August  Walter

August Walter (1821-1896)

Nationality: German | Swiss
Born: August 12, 1821, Stuttgart
Died: January 22, 1896 (age 74)

Octet, Op. 7

(for oboe, clarinet, bassoon, horn, violin, viola, cello and bass)
I. Allegro moderato
II. Andante
III. Scherzo. Allegro
IV. Finale. Vivace
Composed: 1849 (age 27-28)
Revised: 1863 (age 41-42)
Duration: 29 minutes (approximately)
1 recording
Consortium Classicum

From Silvertrust:

August Walter's Octet in B flat Major, Opus 7 for oboe, clarinet, bassoon, horn, violin, viola, cello and double bass, exists in three versions, the last of which was published by Kistner in 1880. Originally completed in 1849, Walter revisited it in 1863. The score to this revised edition can be found in the library of the University of Basel. While there certainly was no standard instrumentation for an octet of strings and winds, most are for a battery of five strings—2 violins, viola, cello and bass—and three wind instruments, most often flute or clarinet, horn and bassoon. Walter’s choice of four strings and four winds, if not unique, is certainly rare and not to be found in any of the better known octets, few that there are. While most German composers by mid 19th century were in the thrall of Mendelssohn and Schumann, Walter’s Octet looks back to the Vienna Classics and the early Romantics. In the engaging Allegro moderato, which opens the work, we hear echoes of Beethoven’s Op.20 Septet. It is full of forward motion and joie d’vivre. Next comes a Scherzo which shows the influence of Spohr, but is better written without the excessive chromaticism and incessant use of trills. There are two contrasting trios. A gorgeous slow movement, Andante, full of emotion, follows. There are fine opportunities for all of the instruments. The effective finale, Vivace, also shows the energy and style of Spohr, but again without the chromaticism and use of trills.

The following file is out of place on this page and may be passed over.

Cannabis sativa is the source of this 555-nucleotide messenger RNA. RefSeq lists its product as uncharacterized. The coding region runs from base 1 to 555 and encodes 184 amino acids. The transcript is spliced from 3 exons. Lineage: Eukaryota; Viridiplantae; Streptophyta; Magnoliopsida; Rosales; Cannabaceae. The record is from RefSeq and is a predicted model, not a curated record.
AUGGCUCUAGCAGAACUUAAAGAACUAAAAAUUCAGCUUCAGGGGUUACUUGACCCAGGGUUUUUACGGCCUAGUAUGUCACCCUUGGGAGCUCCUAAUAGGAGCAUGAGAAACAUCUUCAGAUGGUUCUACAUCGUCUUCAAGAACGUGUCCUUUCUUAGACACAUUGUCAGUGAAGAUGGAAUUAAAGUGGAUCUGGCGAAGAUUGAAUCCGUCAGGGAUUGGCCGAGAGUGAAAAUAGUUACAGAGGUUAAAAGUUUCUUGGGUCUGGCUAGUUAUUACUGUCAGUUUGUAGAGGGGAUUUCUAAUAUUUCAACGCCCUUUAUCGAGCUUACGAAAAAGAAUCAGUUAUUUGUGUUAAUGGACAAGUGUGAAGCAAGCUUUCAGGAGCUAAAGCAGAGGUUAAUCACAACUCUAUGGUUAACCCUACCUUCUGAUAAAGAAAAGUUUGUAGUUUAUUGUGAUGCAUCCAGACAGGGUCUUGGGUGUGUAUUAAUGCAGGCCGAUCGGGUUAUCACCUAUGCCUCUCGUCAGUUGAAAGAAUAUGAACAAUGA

August Walter (1821-1896) was born in the German city of Stuttgart. There he studied violin with the well known soloist Bernhard Molique. He moved to Vienna in 1842 to study composition with the famous teacher Simon Sechter. In 1846, he obtained a position as conductor of the Basel Choral Society and supplemented his income as a private music teacher. He did not write a great deal, only about 20 works, including an overture, some songs, three string quartets, dedicated to Louis Spohr, his teacher’s teacher, and a symphony.

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